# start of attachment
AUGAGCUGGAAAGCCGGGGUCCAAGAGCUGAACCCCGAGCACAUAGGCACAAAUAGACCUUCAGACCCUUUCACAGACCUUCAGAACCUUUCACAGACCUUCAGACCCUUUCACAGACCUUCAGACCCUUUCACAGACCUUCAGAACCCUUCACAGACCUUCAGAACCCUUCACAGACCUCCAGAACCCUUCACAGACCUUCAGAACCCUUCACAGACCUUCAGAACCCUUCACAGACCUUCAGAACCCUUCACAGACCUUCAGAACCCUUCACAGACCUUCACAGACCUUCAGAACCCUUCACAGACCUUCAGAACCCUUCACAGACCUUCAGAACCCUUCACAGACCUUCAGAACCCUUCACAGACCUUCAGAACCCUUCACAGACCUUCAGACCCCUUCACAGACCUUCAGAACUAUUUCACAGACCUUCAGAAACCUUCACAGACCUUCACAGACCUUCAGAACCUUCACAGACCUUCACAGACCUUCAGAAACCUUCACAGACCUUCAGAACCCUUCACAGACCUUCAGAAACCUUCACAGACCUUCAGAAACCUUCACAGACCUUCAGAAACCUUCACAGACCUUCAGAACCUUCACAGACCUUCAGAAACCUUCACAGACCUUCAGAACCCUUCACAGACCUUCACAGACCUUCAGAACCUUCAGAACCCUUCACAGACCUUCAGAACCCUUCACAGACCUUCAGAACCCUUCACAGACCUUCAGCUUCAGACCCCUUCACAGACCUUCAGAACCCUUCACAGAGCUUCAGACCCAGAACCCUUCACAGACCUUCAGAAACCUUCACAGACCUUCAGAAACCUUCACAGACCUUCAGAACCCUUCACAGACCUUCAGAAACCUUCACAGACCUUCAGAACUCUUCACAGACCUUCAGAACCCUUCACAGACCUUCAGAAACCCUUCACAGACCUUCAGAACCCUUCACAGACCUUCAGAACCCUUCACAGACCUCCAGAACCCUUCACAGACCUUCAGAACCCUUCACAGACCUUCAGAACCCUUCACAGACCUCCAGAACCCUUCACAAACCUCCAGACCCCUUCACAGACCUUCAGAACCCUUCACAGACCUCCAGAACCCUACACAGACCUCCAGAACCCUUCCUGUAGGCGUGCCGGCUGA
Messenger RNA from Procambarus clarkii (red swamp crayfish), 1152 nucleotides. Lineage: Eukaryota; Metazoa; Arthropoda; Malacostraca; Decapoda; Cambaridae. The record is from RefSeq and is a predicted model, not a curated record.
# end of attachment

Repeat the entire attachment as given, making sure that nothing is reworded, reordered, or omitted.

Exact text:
AUGAGCUGGAAAGCCGGGGUCCAAGAGCUGAACCCCGAGCACAUAGGCACAAAUAGACCUUCAGACCCUUUCACAGACCUUCAGAACCUUUCACAGACCUUCAGACCCUUUCACAGACCUUCAGACCCUUUCACAGACCUUCAGAACCCUUCACAGACCUUCAGAACCCUUCACAGACCUCCAGAACCCUUCACAGACCUUCAGAACCCUUCACAGACCUUCAGAACCCUUCACAGACCUUCAGAACCCUUCACAGACCUUCAGAACCCUUCACAGACCUUCACAGACCUUCAGAACCCUUCACAGACCUUCAGAACCCUUCACAGACCUUCAGAACCCUUCACAGACCUUCAGAACCCUUCACAGACCUUCAGAACCCUUCACAGACCUUCAGACCCCUUCACAGACCUUCAGAACUAUUUCACAGACCUUCAGAAACCUUCACAGACCUUCACAGACCUUCAGAACCUUCACAGACCUUCACAGACCUUCAGAAACCUUCACAGACCUUCAGAACCCUUCACAGACCUUCAGAAACCUUCACAGACCUUCAGAAACCUUCACAGACCUUCAGAAACCUUCACAGACCUUCAGAACCUUCACAGACCUUCAGAAACCUUCACAGACCUUCAGAACCCUUCACAGACCUUCACAGACCUUCAGAACCUUCAGAACCCUUCACAGACCUUCAGAACCCUUCACAGACCUUCAGAACCCUUCACAGACCUUCAGCUUCAGACCCCUUCACAGACCUUCAGAACCCUUCACAGAGCUUCAGACCCAGAACCCUUCACAGACCUUCAGAAACCUUCACAGACCUUCAGAAACCUUCACAGACCUUCAGAACCCUUCACAGACCUUCAGAAACCUUCACAGACCUUCAGAACUCUUCACAGACCUUCAGAACCCUUCACAGACCUUCAGAAACCCUUCACAGACCUUCAGAACCCUUCACAGACCUUCAGAACCCUUCACAGACCUCCAGAACCCUUCACAGACCUUCAGAACCCUUCACAGACCUUCAGAACCCUUCACAGACCUCCAGAACCCUUCACAAACCUCCAGACCCCUUCACAGACCUUCAGAACCCUUCACAGACCUCCAGAACCCUACACAGACCUCCAGAACCCUUCCUGUAGGCGUGCCGGCUGA
Messenger RNA from Procambarus clarkii (red swamp crayfish), 1152 nucleotides. Lineage: Eukaryota; Metazoa; Arthropoda; Malacostraca; Decapoda; Cambaridae. The record is from RefSeq and is a predicted model, not a curated record.